Sen. Brandon Smith and Rep. Bobby McCool are Johnson County’s legislative delegation in Frankfort, and after a productive session of the General Assembly, both came back to the Ramada Inn and Conference Center for a breakfast with the Paintsville/Johnson County Chamber of Commerce to offer updates.
Smith talks gas wells, solar, youth vaping and litter
When asked about bills affecting his district, Sen. Smith first brought up a bill to curtail unmarked gas wells in the region.
“I really didn’t know it was such a problem,” Smith said. “There are literally thousands of these across our district, in streams and creeks and a lot of them are drilled illegally and they’re left. We have a map, and they can show us, but there’s no funds to get them capped or find out if they’re contaminated. So we worked with the Department of Natural Resources and came up with a bill that’s got some funding in it for them. They can collect off of people who have already gotten a fine, and put that money in to clean this up. Apparently, they’ve been trying to do this for 50 years, but they’ve never been able to get the vote out of there, so that was a controversial vote that took place over two hours in the House last week. That was a bill that they brought to me.”
Smith also caught controversy over the so-called “net-metering” bill, which opponents argued would harm the development of solar energy in the state. Smith disagrees.
“It’s crazy, because I’m pro-solar. In 2004, we got those guys started, in 2008 we tweaked it to make sure the utility companies were purchasing this power, and so we’re at a point now where those costs are coming down, it’s just simply 3.0. This will actually put in place the most productive cycle of solar in Kentucky for probably the next 10 years. And then in 10 years, we’ll probably have to tweak it. I saw these stories about it, and it just floored me, because I have always been and state clearly, as chairman of energy, I’m for all options that we’ve got in Kentucky. We’re going to keep our hand on the pulse of what’s going on and should anything happen, we’ll be there to react quickly because solar is going to play a role.”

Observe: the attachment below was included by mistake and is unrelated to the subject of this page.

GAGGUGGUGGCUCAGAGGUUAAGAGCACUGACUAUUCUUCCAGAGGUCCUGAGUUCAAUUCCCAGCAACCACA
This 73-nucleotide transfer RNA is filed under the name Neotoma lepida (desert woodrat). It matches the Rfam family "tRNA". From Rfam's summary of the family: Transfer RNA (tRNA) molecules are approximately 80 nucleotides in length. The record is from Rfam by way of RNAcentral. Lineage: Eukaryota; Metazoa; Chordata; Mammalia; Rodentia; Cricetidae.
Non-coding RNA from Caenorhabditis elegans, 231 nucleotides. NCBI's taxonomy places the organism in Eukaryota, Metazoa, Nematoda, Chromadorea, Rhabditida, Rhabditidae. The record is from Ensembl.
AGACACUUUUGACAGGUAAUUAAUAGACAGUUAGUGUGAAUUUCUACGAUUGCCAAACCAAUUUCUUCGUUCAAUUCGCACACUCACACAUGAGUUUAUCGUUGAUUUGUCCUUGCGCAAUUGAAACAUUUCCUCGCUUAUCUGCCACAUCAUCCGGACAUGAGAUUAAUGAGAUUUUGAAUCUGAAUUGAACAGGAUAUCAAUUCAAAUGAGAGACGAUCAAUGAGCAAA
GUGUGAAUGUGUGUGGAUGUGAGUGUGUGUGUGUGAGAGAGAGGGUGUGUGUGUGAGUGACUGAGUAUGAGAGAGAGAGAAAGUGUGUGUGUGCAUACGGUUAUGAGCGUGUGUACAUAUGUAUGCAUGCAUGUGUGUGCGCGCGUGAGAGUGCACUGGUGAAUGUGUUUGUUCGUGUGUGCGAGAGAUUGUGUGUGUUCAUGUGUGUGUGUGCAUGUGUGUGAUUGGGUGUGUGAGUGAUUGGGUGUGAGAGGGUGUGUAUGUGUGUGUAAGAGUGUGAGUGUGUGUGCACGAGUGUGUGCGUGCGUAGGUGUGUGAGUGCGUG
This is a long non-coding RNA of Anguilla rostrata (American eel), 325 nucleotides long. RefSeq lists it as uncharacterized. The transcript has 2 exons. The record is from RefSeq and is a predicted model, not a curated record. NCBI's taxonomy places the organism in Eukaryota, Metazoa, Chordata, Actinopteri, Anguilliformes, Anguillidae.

Smith was also grateful to the work of Johnson County Middle School’s Community Problem Solving team, “Juul Breakers,” and Johnson Central High School’s HOSA Club, “Team Truth,” for their joint work to curb youth nicotine use in vaping products, though his Senate Bill 218 died in the House.
“The Juuls bill we’ve got, that’s going to be very important, and I give credit to those children. They’re the ones who came up with it, they’ve worked very, very hard, and now these kids will have a voice. And the cool thing about their bill is, it ties into the anti-bullying line we’ve got, so we’ve got more outreach to kids. And it brings the parents in, because a lot of times, we’re finding out parents don’t even know that their 12-year-old daughter got caught with a $150 (electronic vaping) device. So first off, where’d she get the money? So I really like that about the bill that the kids put in.”
Smith was most vocal about his efforts behind Senate Bill 236, an anti-littering bill.